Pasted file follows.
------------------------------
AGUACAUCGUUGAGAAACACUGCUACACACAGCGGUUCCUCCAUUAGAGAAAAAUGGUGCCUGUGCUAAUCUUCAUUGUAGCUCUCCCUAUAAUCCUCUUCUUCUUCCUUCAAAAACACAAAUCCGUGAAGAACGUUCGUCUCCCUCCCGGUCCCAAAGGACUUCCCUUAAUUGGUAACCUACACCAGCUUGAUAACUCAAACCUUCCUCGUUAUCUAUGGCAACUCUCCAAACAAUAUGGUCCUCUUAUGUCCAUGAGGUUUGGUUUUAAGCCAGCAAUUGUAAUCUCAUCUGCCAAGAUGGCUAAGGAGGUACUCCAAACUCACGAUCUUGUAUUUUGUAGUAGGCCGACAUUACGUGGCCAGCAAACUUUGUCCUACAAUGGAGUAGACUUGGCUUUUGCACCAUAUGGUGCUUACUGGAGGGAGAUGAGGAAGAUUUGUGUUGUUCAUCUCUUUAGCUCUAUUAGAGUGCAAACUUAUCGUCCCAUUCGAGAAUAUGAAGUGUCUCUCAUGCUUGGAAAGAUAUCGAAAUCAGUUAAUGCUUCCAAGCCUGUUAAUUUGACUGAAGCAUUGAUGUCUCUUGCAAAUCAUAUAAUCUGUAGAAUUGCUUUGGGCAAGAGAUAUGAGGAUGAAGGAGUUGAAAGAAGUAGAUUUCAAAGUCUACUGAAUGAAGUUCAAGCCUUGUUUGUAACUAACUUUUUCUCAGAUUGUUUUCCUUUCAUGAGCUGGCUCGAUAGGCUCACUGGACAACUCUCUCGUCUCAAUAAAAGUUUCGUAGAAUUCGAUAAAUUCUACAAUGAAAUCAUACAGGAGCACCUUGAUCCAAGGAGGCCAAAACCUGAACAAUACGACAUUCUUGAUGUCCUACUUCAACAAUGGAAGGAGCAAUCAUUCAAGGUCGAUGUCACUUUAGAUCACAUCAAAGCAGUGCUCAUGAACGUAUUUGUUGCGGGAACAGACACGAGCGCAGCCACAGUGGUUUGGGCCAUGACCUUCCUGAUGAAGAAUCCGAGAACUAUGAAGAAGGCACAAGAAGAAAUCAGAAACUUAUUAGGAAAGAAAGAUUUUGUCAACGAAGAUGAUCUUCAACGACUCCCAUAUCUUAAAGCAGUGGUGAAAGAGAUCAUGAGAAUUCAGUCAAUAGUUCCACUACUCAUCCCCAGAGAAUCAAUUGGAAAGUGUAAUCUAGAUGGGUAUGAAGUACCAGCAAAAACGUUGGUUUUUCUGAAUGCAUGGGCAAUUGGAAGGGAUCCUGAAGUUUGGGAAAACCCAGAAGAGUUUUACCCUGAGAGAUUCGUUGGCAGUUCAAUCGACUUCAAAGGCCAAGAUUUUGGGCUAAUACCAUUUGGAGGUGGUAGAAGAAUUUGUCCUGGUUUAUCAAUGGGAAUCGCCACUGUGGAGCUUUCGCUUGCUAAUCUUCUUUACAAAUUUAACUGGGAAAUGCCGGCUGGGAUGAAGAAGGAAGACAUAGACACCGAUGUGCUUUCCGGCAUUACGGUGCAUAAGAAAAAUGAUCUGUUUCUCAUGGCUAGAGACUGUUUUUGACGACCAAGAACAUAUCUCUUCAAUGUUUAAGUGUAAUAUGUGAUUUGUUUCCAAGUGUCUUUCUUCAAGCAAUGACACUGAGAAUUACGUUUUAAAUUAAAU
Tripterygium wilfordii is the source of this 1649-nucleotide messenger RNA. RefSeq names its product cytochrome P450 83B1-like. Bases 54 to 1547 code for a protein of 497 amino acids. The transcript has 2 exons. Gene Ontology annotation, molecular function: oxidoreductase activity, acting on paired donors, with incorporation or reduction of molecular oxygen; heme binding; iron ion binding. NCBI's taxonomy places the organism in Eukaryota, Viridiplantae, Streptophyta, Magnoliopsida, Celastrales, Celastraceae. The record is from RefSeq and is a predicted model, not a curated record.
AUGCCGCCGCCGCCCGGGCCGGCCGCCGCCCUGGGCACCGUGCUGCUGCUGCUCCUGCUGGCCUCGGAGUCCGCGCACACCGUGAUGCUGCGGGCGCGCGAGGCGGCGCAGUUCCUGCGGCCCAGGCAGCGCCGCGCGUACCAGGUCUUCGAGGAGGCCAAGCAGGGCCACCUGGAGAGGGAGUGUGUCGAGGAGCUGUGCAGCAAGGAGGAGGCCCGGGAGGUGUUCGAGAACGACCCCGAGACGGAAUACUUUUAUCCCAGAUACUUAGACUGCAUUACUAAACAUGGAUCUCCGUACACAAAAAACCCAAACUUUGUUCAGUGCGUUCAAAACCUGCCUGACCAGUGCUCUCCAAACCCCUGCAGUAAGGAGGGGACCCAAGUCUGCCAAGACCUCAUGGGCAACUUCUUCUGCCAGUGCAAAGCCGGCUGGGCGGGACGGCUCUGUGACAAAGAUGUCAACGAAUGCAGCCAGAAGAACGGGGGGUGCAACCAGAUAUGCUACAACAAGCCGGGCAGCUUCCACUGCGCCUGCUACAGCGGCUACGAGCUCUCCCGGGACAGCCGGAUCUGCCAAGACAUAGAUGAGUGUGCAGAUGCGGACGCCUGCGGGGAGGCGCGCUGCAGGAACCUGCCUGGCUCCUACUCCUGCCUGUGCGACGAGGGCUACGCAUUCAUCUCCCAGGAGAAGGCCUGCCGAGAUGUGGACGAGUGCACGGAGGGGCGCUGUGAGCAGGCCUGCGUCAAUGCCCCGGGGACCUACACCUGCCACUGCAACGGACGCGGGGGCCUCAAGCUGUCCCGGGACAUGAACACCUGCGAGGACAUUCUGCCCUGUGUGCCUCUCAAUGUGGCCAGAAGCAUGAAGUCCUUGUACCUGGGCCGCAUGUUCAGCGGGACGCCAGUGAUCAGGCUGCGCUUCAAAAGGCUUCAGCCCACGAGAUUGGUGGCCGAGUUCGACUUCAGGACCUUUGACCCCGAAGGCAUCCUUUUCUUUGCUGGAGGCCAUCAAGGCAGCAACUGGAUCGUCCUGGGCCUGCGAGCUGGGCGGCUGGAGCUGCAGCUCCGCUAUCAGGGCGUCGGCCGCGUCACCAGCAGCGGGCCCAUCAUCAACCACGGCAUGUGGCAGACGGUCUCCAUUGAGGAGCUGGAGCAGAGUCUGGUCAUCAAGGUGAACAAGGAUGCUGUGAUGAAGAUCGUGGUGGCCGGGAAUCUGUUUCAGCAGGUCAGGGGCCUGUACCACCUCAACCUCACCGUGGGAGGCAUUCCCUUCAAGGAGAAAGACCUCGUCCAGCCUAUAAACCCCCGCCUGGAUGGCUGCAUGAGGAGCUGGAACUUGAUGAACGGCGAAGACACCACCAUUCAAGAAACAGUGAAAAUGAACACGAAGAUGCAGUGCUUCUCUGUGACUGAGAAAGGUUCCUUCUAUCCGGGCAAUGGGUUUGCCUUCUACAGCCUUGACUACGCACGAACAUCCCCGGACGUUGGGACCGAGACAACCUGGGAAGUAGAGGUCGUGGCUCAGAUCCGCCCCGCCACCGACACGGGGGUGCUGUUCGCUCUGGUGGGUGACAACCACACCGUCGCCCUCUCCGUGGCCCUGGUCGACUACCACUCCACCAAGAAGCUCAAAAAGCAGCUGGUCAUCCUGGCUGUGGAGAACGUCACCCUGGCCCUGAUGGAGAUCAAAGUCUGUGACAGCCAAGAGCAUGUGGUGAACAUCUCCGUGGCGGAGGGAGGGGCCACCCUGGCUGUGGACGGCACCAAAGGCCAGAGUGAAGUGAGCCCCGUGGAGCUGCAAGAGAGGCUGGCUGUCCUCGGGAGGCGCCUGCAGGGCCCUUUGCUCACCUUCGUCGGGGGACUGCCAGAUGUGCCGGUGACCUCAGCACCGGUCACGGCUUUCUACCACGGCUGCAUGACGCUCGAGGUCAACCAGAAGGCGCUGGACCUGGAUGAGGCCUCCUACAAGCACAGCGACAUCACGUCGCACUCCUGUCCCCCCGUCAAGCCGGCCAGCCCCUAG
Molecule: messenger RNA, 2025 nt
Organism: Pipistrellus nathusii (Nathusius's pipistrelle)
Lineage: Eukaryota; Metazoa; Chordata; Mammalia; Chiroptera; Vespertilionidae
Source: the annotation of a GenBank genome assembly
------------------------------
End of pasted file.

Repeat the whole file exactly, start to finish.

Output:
AGUACAUCGUUGAGAAACACUGCUACACACAGCGGUUCCUCCAUUAGAGAAAAAUGGUGCCUGUGCUAAUCUUCAUUGUAGCUCUCCCUAUAAUCCUCUUCUUCUUCCUUCAAAAACACAAAUCCGUGAAGAACGUUCGUCUCCCUCCCGGUCCCAAAGGACUUCCCUUAAUUGGUAACCUACACCAGCUUGAUAACUCAAACCUUCCUCGUUAUCUAUGGCAACUCUCCAAACAAUAUGGUCCUCUUAUGUCCAUGAGGUUUGGUUUUAAGCCAGCAAUUGUAAUCUCAUCUGCCAAGAUGGCUAAGGAGGUACUCCAAACUCACGAUCUUGUAUUUUGUAGUAGGCCGACAUUACGUGGCCAGCAAACUUUGUCCUACAAUGGAGUAGACUUGGCUUUUGCACCAUAUGGUGCUUACUGGAGGGAGAUGAGGAAGAUUUGUGUUGUUCAUCUCUUUAGCUCUAUUAGAGUGCAAACUUAUCGUCCCAUUCGAGAAUAUGAAGUGUCUCUCAUGCUUGGAAAGAUAUCGAAAUCAGUUAAUGCUUCCAAGCCUGUUAAUUUGACUGAAGCAUUGAUGUCUCUUGCAAAUCAUAUAAUCUGUAGAAUUGCUUUGGGCAAGAGAUAUGAGGAUGAAGGAGUUGAAAGAAGUAGAUUUCAAAGUCUACUGAAUGAAGUUCAAGCCUUGUUUGUAACUAACUUUUUCUCAGAUUGUUUUCCUUUCAUGAGCUGGCUCGAUAGGCUCACUGGACAACUCUCUCGUCUCAAUAAAAGUUUCGUAGAAUUCGAUAAAUUCUACAAUGAAAUCAUACAGGAGCACCUUGAUCCAAGGAGGCCAAAACCUGAACAAUACGACAUUCUUGAUGUCCUACUUCAACAAUGGAAGGAGCAAUCAUUCAAGGUCGAUGUCACUUUAGAUCACAUCAAAGCAGUGCUCAUGAACGUAUUUGUUGCGGGAACAGACACGAGCGCAGCCACAGUGGUUUGGGCCAUGACCUUCCUGAUGAAGAAUCCGAGAACUAUGAAGAAGGCACAAGAAGAAAUCAGAAACUUAUUAGGAAAGAAAGAUUUUGUCAACGAAGAUGAUCUUCAACGACUCCCAUAUCUUAAAGCAGUGGUGAAAGAGAUCAUGAGAAUUCAGUCAAUAGUUCCACUACUCAUCCCCAGAGAAUCAAUUGGAAAGUGUAAUCUAGAUGGGUAUGAAGUACCAGCAAAAACGUUGGUUUUUCUGAAUGCAUGGGCAAUUGGAAGGGAUCCUGAAGUUUGGGAAAACCCAGAAGAGUUUUACCCUGAGAGAUUCGUUGGCAGUUCAAUCGACUUCAAAGGCCAAGAUUUUGGGCUAAUACCAUUUGGAGGUGGUAGAAGAAUUUGUCCUGGUUUAUCAAUGGGAAUCGCCACUGUGGAGCUUUCGCUUGCUAAUCUUCUUUACAAAUUUAACUGGGAAAUGCCGGCUGGGAUGAAGAAGGAAGACAUAGACACCGAUGUGCUUUCCGGCAUUACGGUGCAUAAGAAAAAUGAUCUGUUUCUCAUGGCUAGAGACUGUUUUUGACGACCAAGAACAUAUCUCUUCAAUGUUUAAGUGUAAUAUGUGAUUUGUUUCCAAGUGUCUUUCUUCAAGCAAUGACACUGAGAAUUACGUUUUAAAUUAAAU
Tripterygium wilfordii is the source of this 1649-nucleotide messenger RNA. RefSeq names its product cytochrome P450 83B1-like. Bases 54 to 1547 code for a protein of 497 amino acids. The transcript has 2 exons. Gene Ontology annotation, molecular function: oxidoreductase activity, acting on paired donors, with incorporation or reduction of molecular oxygen; heme binding; iron ion binding. NCBI's taxonomy places the organism in Eukaryota, Viridiplantae, Streptophyta, Magnoliopsida, Celastrales, Celastraceae. The record is from RefSeq and is a predicted model, not a curated record.
AUGCCGCCGCCGCCCGGGCCGGCCGCCGCCCUGGGCACCGUGCUGCUGCUGCUCCUGCUGGCCUCGGAGUCCGCGCACACCGUGAUGCUGCGGGCGCGCGAGGCGGCGCAGUUCCUGCGGCCCAGGCAGCGCCGCGCGUACCAGGUCUUCGAGGAGGCCAAGCAGGGCCACCUGGAGAGGGAGUGUGUCGAGGAGCUGUGCAGCAAGGAGGAGGCCCGGGAGGUGUUCGAGAACGACCCCGAGACGGAAUACUUUUAUCCCAGAUACUUAGACUGCAUUACUAAACAUGGAUCUCCGUACACAAAAAACCCAAACUUUGUUCAGUGCGUUCAAAACCUGCCUGACCAGUGCUCUCCAAACCCCUGCAGUAAGGAGGGGACCCAAGUCUGCCAAGACCUCAUGGGCAACUUCUUCUGCCAGUGCAAAGCCGGCUGGGCGGGACGGCUCUGUGACAAAGAUGUCAACGAAUGCAGCCAGAAGAACGGGGGGUGCAACCAGAUAUGCUACAACAAGCCGGGCAGCUUCCACUGCGCCUGCUACAGCGGCUACGAGCUCUCCCGGGACAGCCGGAUCUGCCAAGACAUAGAUGAGUGUGCAGAUGCGGACGCCUGCGGGGAGGCGCGCUGCAGGAACCUGCCUGGCUCCUACUCCUGCCUGUGCGACGAGGGCUACGCAUUCAUCUCCCAGGAGAAGGCCUGCCGAGAUGUGGACGAGUGCACGGAGGGGCGCUGUGAGCAGGCCUGCGUCAAUGCCCCGGGGACCUACACCUGCCACUGCAACGGACGCGGGGGCCUCAAGCUGUCCCGGGACAUGAACACCUGCGAGGACAUUCUGCCCUGUGUGCCUCUCAAUGUGGCCAGAAGCAUGAAGUCCUUGUACCUGGGCCGCAUGUUCAGCGGGACGCCAGUGAUCAGGCUGCGCUUCAAAAGGCUUCAGCCCACGAGAUUGGUGGCCGAGUUCGACUUCAGGACCUUUGACCCCGAAGGCAUCCUUUUCUUUGCUGGAGGCCAUCAAGGCAGCAACUGGAUCGUCCUGGGCCUGCGAGCUGGGCGGCUGGAGCUGCAGCUCCGCUAUCAGGGCGUCGGCCGCGUCACCAGCAGCGGGCCCAUCAUCAACCACGGCAUGUGGCAGACGGUCUCCAUUGAGGAGCUGGAGCAGAGUCUGGUCAUCAAGGUGAACAAGGAUGCUGUGAUGAAGAUCGUGGUGGCCGGGAAUCUGUUUCAGCAGGUCAGGGGCCUGUACCACCUCAACCUCACCGUGGGAGGCAUUCCCUUCAAGGAGAAAGACCUCGUCCAGCCUAUAAACCCCCGCCUGGAUGGCUGCAUGAGGAGCUGGAACUUGAUGAACGGCGAAGACACCACCAUUCAAGAAACAGUGAAAAUGAACACGAAGAUGCAGUGCUUCUCUGUGACUGAGAAAGGUUCCUUCUAUCCGGGCAAUGGGUUUGCCUUCUACAGCCUUGACUACGCACGAACAUCCCCGGACGUUGGGACCGAGACAACCUGGGAAGUAGAGGUCGUGGCUCAGAUCCGCCCCGCCACCGACACGGGGGUGCUGUUCGCUCUGGUGGGUGACAACCACACCGUCGCCCUCUCCGUGGCCCUGGUCGACUACCACUCCACCAAGAAGCUCAAAAAGCAGCUGGUCAUCCUGGCUGUGGAGAACGUCACCCUGGCCCUGAUGGAGAUCAAAGUCUGUGACAGCCAAGAGCAUGUGGUGAACAUCUCCGUGGCGGAGGGAGGGGCCACCCUGGCUGUGGACGGCACCAAAGGCCAGAGUGAAGUGAGCCCCGUGGAGCUGCAAGAGAGGCUGGCUGUCCUCGGGAGGCGCCUGCAGGGCCCUUUGCUCACCUUCGUCGGGGGACUGCCAGAUGUGCCGGUGACCUCAGCACCGGUCACGGCUUUCUACCACGGCUGCAUGACGCUCGAGGUCAACCAGAAGGCGCUGGACCUGGAUGAGGCCUCCUACAAGCACAGCGACAUCACGUCGCACUCCUGUCCCCCCGUCAAGCCGGCCAGCCCCUAG
Molecule: messenger RNA, 2025 nt
Organism: Pipistrellus nathusii (Nathusius's pipistrelle)
Lineage: Eukaryota; Metazoa; Chordata; Mammalia; Chiroptera; Vespertilionidae
Source: the annotation of a GenBank genome assembly